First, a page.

Kids dig in to local ecology

A cluster of little kids was milling beside a stand of cattails when their leader, a young woman in a flannel shirt and a flaxen braid, motioned for them to gather round. “You’re the luckiest group of all!” she announced.  “You get to see an endangered plant!” Eight small faces turned to where Larkin Guenther was pointing at a late-summer stalk. “This,” she said dramatically, “is a Nelson’s checker-mallow.”

It was late September and the checker-mallow (which has deep pink blooms in summer) had pretty much gone to seed. But the children didn’t seem disappointed in the least. Its endangered status gave it the cachet of any rare find. With interest, they examined the plant and then studied their clipboards to find the proper box to check off on their lists of native and invasive flora.

These fourth- and fifth-graders from Corvallis Waldorf School were taking part in a field trip at Evergreen Creek Farm just west of Philomath.  The Marys River Watershed Council — along with the Greenbelt Land Trust (which owns a portion of the Evergreen property), Corvallis Audubon and the Institute for Applied Ecology — was giving local schoolchildren a hands-on lesson in watershed ecology. This place offers diverse ecosystems in close proximity — wetlands, riparian woodlands and oak savanna — making it an ideal outdoor classroom for students from area schools. Kings Valley and Muddy Creek charter schools were on the site earlier in the week.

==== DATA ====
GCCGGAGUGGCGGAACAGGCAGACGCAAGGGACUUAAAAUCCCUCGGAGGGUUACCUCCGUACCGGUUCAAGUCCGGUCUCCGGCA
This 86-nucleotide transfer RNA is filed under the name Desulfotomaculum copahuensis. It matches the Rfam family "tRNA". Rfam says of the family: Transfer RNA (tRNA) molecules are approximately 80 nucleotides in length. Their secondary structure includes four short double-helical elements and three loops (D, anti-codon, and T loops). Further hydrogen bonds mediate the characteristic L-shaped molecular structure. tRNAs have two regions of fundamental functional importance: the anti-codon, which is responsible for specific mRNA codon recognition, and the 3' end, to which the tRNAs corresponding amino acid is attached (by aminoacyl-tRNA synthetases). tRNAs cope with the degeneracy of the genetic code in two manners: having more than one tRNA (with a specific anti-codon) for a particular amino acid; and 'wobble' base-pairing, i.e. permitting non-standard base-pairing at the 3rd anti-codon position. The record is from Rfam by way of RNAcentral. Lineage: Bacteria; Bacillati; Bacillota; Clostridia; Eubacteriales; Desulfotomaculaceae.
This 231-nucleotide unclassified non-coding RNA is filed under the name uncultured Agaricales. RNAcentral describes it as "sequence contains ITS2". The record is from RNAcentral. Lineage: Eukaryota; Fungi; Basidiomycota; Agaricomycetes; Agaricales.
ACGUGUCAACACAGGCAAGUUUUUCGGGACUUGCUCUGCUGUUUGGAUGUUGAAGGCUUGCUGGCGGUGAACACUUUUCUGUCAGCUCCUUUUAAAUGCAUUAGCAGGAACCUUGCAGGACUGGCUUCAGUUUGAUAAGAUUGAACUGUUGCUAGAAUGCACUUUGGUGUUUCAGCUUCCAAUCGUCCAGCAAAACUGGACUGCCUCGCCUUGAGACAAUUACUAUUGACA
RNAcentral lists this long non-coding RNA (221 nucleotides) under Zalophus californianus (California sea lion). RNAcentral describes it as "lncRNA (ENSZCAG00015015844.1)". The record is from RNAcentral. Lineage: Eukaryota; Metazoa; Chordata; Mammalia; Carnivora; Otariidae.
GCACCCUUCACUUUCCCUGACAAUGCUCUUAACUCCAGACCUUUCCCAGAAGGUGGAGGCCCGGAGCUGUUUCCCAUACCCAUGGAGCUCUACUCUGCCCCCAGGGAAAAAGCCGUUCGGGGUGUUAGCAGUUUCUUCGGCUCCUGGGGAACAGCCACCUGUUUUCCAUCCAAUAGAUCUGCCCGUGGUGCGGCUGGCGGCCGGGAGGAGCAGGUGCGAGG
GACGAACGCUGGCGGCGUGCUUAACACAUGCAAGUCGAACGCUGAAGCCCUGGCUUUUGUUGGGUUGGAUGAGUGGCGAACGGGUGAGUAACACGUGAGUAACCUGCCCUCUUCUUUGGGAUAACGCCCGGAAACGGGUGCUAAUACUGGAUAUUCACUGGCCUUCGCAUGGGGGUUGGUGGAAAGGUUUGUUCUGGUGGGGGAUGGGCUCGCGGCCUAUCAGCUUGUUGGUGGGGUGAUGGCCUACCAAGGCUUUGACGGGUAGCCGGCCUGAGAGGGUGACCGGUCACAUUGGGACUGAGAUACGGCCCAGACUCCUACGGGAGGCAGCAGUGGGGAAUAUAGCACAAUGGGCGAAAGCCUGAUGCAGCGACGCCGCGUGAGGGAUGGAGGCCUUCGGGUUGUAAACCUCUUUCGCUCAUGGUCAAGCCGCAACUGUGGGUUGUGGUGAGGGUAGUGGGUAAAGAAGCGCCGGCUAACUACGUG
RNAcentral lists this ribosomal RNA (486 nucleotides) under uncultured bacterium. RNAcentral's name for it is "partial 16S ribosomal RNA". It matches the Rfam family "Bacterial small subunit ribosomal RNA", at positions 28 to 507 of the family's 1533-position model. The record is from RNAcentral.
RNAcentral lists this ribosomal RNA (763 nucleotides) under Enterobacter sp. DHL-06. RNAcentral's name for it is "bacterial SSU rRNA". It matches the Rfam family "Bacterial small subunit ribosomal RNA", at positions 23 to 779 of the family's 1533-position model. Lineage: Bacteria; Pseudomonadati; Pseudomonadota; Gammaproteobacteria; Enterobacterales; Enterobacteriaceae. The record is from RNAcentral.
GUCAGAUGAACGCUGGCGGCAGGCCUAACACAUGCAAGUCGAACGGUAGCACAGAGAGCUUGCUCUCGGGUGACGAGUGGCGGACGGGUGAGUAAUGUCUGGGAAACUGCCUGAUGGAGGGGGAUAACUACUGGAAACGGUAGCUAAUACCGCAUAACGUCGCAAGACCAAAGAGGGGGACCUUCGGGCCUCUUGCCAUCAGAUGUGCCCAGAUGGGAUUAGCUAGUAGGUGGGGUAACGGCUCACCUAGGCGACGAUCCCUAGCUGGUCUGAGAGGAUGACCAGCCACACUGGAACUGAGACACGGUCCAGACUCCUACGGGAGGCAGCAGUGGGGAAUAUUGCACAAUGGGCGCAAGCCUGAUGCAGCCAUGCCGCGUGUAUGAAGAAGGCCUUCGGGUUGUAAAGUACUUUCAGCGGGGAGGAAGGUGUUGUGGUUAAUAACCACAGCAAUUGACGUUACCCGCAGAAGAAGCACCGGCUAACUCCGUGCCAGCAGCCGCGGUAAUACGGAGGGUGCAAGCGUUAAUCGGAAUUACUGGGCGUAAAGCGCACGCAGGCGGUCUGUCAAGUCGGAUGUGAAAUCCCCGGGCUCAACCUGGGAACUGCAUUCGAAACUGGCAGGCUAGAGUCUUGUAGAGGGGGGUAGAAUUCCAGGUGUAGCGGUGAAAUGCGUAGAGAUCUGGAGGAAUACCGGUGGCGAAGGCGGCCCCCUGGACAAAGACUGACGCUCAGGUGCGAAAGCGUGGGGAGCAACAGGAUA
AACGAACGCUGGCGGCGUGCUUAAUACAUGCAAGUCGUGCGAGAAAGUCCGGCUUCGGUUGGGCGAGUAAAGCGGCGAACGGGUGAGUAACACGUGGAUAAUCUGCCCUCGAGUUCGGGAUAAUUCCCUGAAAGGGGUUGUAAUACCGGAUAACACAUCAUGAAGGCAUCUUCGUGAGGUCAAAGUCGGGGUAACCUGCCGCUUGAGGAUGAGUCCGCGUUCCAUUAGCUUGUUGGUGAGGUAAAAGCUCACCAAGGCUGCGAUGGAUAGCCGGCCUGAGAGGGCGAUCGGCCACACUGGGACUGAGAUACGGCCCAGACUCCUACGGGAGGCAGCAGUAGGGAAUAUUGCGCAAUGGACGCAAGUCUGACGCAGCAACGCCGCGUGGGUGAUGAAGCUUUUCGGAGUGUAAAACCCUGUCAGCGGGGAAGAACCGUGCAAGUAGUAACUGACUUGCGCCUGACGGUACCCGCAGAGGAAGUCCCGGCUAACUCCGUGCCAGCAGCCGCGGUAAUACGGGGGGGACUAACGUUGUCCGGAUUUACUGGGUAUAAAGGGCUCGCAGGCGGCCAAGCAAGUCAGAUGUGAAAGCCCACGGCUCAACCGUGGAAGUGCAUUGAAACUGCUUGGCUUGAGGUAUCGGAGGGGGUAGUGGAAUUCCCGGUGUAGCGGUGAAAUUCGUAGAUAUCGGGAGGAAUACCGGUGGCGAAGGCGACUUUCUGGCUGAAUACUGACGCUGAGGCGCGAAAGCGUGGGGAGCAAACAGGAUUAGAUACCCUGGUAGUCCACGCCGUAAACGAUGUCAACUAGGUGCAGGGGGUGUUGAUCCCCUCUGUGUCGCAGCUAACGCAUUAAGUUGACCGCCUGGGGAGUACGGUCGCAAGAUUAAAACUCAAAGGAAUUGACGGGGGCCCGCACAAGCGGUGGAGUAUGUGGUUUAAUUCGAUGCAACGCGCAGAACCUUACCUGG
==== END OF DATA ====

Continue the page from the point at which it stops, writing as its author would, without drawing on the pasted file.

Corralling 30 elementary-age kids and catching their attention is no small feat. Despite the exuberance that at times diverted the boys and girls from the curriculum, they managed to absorb a wide range of knowledge and skills. Under the direction of Kathleen Westly, the Council’s education coordinator, they wielded clunky metal weed wrenches as they learned to identify and root out invasive species like  Himalayan blackberries that choke off natives. They learned to distinguish an invasive English hawthorn from a native hawthorn, both of which bear “big, pokey thorns.”  They learned to tell an ash from a willow (“The leaves on an ash are opposite, but on a willow they’re alternating,” one boy explained with confidence).

Besides ID’ing plants, observing birds, and investigating animal sign, the students mapped the site for a long-term restoration project. In February, they will come back to help plant trees and shrubs. In May, they’ll return again to monitor their work.

“Because the students return to the site several times during the year, many of them form a deep attachment to the place,” says Westly. “Active learning about the plants and animals that live there, along with hands-on participation in ecological restoration, helps enlarge their view of themselves and their role in the stewardship of the watershed. It’s a privilege to work with them.”

For more information about the Council’s educational programs, contact Kathleen Westly, [email protected].